Central, Rift Valley leaders say Uhuru has neglected them

Bahati MP Kimani Ngunjiri addresses journalists in Nakuru Town on January 8, 2019 when he organised a demonstration against Uhuru Kenyatta. PHOTO | JOHN NJOROGE | NATION MEDIA GROUP

What you need to know:

  • Mega infrastructure ventures are being implemented in opposition strongholds, say politicians.
  • The government has also come under sharp criticism for not doing enough to tame runaway insecurity in Kerio Valley, where many lives have been lost.

Leaders from the Rift Valley and Central Kenya claim the regions have been marginalised as a result of the peace deal between the Head of State and Opposition leader Raila Odinga.

The two regions voted overwhelmingly for President Kenyatta in the 2013 and 2017 elections.


Speaking to the Nation, some Rift Valley leaders accused President Kenyatta of ignoring the region after the famous handshake with Mr Odinga in March last year.

They said Interior Cabinet Secretary Fred Matiang’i, who was tasked by the Head of State to oversee implementation of government projects across the country, has never visited the region.

The CS has also failed to meet them despite doing so with leaders from opposition strongholds.

On Monday, the leaders complained that no tangible development project has been implemented in the region since the handshake, which has been praised for cooling political temperatures in the country following the hotly-contested 2017 General Election.

Keiyo South MP Daniel Rono wondered why the government has sidelined the Rift Valley in terms of development but has been launching mega projects in other parts of the country.

“It is like all arms of government are fighting the Rift Valley. At this rate, we might take drastic steps and declare our stand,” Mr Rono said.

He said mega projects in the region, including the controversial Arror and Kimwarer dam projects, should start as investigations into the loss of Sh21 billion continue.

Moiben MP Silas Tiren said the Jubilee administration had abandoned the region after the handshake despite being the country’s breadbasket.


Uasin Gishu politician-cum-businessman Zedekiah Bundotich, who recently decamped from Jubilee to Chama Cha Mashinani, said the Rift Valley has nothing to show for being in Jubilee. Mr Bundotich slammed the Kieleweke and Tangatanga groups, which he termed selfish outfits that have nothing new to offer Kenyans. The last time President Kenyatta toured the North Rift was in November last year, where he presided over the Kenya Defence Forces pass-out in Eldoret town.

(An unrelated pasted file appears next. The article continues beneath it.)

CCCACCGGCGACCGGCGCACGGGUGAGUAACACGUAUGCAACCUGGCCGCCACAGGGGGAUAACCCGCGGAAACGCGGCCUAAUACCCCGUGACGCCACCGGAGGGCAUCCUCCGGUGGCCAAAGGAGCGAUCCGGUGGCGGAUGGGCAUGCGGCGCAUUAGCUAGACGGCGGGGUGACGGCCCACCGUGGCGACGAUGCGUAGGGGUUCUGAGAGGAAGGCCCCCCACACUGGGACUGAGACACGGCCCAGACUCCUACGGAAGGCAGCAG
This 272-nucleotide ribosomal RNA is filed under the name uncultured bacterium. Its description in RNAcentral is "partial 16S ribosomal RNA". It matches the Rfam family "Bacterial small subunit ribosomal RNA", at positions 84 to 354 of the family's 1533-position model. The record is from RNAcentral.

“It seems the President has been avoiding the region for fear of a backlash from residents over unfulfilled pre-election pledges, including better pricing of maize and whether he still supports the DP’s presidential bid,” said Nicholas Koros, a local political commentator.

The only tangible project the President has launched in the region in recent times is the ultra-modern KCC milk factory in Eldoret town in June 2017.

The factory was revived at a cost of Sh500 million.

The government has also come under sharp criticism for not doing enough to tame runaway insecurity in Kerio Valley, where many lives have been lost.

Elgeyo-Makarakwet Governor Alex Tolgos questioned why Dr Matiang’i had not toured the region to access the situation despite a public outcry. South Rift leaders, including Bomet Deputy Governor Hillary Barchok and MPs Ronald Tonui, Kimani Ngunjiri, Japheth Mutai, and Gideon Koskei, said the government should fulfil its pre-election pledges to residents.


Dr Barchok and Mr Tonui urged the National Assembly to ensure that money for Rift Valley projects is factored in the 2019/2020 budget. “The Sh22 billion secured from the Chinese government for the Bosto water project in Konoin Constituency has not taken off as a result of failure by the government to pay its 10 per cent commitment fee,” said Mr Tonui.

He said that Sh2 billion meant for Kibusto water project in Bomet East Constituency should be included in the budget for the government to fulfil a pre-election pledge to residents. Mr Ngunjiri said the Itare water project has stalled largely because of politics. Mr Mutai urged the government to implement development projects in the region to enable businesses to thrive and create employment.

“Sadly, there are mega infrastructure projects being implemented in Kisumu and the larger Nyanza region whose residents did not vote for Jubilee in the last two elections,” claimed Bomet Senator Christopher Langat.

Central Kenya leaders said no key projects have been launched in the region after the handshake. The President was expected in Kieni Constituency to preside over the launch of Huduma Mashinani and disbursement of money from Uwezo Fund to youth and women groups, area MP Kanini Kega said.

“We got communication that the visit has been postponed to a later date,” Mr Kega said.

At the same time, Coast leaders have demanded more appointments of locals to government jobs.

By Wycliffe Kipsang, Stanley Kimuge, Vitalis Kimutai, Joseph Wangui, Nicholas Komu and Wachira Mwangi


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